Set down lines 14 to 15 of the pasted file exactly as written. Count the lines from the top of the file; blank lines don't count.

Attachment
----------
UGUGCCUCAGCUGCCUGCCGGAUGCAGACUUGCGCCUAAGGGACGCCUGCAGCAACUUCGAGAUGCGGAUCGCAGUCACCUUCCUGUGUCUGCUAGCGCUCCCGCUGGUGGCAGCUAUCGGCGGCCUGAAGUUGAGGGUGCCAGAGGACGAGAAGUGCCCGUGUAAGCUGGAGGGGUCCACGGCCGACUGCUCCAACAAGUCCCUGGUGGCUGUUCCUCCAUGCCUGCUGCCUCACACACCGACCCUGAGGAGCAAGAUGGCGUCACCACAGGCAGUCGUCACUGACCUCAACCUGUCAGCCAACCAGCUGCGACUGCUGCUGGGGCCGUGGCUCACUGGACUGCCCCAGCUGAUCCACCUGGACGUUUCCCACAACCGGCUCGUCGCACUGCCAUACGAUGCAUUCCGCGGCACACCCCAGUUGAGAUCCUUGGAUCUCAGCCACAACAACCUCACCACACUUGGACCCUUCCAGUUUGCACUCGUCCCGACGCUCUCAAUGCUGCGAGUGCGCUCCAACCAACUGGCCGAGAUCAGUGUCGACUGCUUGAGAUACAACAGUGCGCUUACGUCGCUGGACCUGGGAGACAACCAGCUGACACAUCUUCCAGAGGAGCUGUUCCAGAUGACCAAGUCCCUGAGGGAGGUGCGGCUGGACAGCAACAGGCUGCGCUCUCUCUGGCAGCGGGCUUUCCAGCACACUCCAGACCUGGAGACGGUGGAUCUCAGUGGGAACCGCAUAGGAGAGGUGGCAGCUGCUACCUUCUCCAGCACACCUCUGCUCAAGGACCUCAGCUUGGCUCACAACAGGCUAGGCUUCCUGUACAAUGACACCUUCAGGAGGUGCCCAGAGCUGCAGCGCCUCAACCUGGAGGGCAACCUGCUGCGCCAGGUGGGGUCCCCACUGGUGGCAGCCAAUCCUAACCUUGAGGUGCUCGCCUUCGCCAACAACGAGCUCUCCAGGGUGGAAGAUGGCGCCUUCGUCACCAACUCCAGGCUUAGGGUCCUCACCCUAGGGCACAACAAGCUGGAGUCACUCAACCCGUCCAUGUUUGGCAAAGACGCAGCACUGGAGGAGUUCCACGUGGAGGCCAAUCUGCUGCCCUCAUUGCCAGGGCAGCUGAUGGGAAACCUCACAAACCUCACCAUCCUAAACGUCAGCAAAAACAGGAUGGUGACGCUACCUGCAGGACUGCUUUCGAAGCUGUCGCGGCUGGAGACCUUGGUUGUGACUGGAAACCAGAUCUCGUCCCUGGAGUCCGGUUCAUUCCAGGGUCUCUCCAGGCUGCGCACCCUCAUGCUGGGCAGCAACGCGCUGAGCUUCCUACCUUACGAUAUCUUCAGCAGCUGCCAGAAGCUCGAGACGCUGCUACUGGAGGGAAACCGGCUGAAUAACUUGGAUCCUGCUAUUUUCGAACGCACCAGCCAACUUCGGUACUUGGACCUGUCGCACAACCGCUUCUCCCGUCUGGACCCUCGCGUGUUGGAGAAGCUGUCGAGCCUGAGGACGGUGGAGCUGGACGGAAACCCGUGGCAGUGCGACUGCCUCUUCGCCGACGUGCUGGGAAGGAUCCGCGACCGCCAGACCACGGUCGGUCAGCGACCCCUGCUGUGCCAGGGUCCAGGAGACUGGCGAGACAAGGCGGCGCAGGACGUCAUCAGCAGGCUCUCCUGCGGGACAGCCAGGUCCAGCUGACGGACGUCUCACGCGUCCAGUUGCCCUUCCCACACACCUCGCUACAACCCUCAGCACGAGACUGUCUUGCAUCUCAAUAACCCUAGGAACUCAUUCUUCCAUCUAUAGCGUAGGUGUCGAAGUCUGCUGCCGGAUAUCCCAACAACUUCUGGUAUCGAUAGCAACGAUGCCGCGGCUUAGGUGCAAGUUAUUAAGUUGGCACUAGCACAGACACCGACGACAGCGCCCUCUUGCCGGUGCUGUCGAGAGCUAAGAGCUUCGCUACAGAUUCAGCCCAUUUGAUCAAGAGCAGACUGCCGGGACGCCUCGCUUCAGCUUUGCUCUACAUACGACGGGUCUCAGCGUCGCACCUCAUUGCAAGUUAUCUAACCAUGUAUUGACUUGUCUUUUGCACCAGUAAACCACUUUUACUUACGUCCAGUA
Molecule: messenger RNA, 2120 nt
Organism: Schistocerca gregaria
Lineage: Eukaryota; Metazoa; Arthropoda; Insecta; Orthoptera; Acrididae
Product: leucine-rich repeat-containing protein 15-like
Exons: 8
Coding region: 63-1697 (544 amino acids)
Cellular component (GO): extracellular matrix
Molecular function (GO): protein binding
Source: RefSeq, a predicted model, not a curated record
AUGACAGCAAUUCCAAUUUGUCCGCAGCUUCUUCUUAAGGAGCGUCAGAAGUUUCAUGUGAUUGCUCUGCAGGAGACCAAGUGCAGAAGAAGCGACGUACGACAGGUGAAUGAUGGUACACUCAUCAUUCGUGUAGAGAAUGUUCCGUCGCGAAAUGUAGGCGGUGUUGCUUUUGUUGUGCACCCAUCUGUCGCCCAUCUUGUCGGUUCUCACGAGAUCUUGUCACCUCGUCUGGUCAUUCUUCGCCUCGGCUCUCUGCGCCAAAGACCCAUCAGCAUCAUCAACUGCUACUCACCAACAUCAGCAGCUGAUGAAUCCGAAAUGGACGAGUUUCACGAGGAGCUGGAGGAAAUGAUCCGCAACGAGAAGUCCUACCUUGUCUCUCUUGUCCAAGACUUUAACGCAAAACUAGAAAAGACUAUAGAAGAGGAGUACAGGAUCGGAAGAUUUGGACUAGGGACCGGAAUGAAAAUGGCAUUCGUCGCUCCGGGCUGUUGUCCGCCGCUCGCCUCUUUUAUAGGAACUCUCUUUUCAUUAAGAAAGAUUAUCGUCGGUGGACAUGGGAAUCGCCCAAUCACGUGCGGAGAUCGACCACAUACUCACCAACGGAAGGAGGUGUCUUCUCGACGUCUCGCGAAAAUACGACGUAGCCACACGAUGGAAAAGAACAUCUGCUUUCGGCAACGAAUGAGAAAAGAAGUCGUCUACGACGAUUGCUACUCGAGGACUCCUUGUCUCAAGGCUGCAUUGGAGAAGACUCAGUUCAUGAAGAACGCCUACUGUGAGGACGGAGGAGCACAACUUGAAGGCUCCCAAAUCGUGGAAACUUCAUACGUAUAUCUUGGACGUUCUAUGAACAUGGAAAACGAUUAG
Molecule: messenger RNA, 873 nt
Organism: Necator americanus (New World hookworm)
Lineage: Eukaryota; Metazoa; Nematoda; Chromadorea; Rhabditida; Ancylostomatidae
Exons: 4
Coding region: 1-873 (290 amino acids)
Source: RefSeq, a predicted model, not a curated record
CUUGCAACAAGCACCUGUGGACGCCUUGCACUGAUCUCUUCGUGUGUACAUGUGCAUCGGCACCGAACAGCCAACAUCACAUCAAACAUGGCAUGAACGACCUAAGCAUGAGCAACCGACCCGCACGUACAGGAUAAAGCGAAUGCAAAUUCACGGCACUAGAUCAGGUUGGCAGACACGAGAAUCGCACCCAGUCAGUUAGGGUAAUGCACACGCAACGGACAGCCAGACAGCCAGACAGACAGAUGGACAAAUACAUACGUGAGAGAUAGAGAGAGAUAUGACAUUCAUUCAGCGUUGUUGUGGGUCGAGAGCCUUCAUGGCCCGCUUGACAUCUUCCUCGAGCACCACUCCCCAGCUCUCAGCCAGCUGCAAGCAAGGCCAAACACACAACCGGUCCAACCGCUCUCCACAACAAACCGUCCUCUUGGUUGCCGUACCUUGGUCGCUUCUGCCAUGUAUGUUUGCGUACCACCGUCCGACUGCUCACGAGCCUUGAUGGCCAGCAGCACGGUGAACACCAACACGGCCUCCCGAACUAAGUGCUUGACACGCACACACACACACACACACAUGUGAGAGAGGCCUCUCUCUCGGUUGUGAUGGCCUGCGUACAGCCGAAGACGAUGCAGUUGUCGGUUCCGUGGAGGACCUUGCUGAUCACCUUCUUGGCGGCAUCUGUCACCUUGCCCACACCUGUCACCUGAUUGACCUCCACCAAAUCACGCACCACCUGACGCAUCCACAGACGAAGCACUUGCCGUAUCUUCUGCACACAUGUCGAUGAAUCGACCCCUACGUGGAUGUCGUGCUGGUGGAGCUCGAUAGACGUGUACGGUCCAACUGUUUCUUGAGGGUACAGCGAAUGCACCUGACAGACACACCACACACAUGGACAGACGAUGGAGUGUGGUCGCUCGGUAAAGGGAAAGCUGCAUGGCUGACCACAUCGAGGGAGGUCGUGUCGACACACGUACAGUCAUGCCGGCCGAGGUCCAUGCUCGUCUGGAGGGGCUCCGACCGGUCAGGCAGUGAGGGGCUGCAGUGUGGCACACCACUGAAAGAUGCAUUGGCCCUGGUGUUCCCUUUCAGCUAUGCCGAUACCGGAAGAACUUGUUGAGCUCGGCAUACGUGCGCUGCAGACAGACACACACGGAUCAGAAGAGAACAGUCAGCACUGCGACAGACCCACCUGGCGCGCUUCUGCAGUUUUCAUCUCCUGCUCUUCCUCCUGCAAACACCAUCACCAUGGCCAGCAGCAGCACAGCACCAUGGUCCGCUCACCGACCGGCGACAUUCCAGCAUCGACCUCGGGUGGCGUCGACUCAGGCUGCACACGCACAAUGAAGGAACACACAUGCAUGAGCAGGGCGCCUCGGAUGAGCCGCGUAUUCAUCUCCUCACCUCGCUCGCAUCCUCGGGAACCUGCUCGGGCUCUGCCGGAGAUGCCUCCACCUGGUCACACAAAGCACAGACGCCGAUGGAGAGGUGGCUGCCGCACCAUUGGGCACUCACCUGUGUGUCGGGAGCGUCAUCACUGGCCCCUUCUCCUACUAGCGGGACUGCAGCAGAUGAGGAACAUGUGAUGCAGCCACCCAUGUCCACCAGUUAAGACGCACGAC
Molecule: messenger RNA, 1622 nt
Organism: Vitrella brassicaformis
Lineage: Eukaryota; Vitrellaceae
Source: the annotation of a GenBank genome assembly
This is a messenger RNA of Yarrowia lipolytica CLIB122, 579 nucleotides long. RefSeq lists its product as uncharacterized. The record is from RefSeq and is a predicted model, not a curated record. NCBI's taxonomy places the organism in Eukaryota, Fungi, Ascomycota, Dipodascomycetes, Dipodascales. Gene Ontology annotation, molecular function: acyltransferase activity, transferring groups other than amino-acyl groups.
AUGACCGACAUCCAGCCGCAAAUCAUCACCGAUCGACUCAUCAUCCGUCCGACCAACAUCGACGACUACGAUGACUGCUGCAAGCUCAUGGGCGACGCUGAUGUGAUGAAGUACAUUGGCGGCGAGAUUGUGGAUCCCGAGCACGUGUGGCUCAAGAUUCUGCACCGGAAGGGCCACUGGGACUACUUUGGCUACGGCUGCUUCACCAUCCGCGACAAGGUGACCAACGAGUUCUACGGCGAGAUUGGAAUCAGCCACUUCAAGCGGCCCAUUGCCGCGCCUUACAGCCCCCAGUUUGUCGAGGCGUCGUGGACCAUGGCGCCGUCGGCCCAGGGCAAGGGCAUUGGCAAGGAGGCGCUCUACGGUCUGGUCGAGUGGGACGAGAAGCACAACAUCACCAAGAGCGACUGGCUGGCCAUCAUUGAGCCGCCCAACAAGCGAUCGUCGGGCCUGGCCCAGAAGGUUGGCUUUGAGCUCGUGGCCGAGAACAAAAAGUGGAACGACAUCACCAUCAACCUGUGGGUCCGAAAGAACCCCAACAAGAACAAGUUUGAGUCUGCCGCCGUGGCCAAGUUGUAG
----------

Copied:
Lineage: Eukaryota; Metazoa; Nematoda; Chromadorea; Rhabditida; Ancylostomatidae
Exons: 4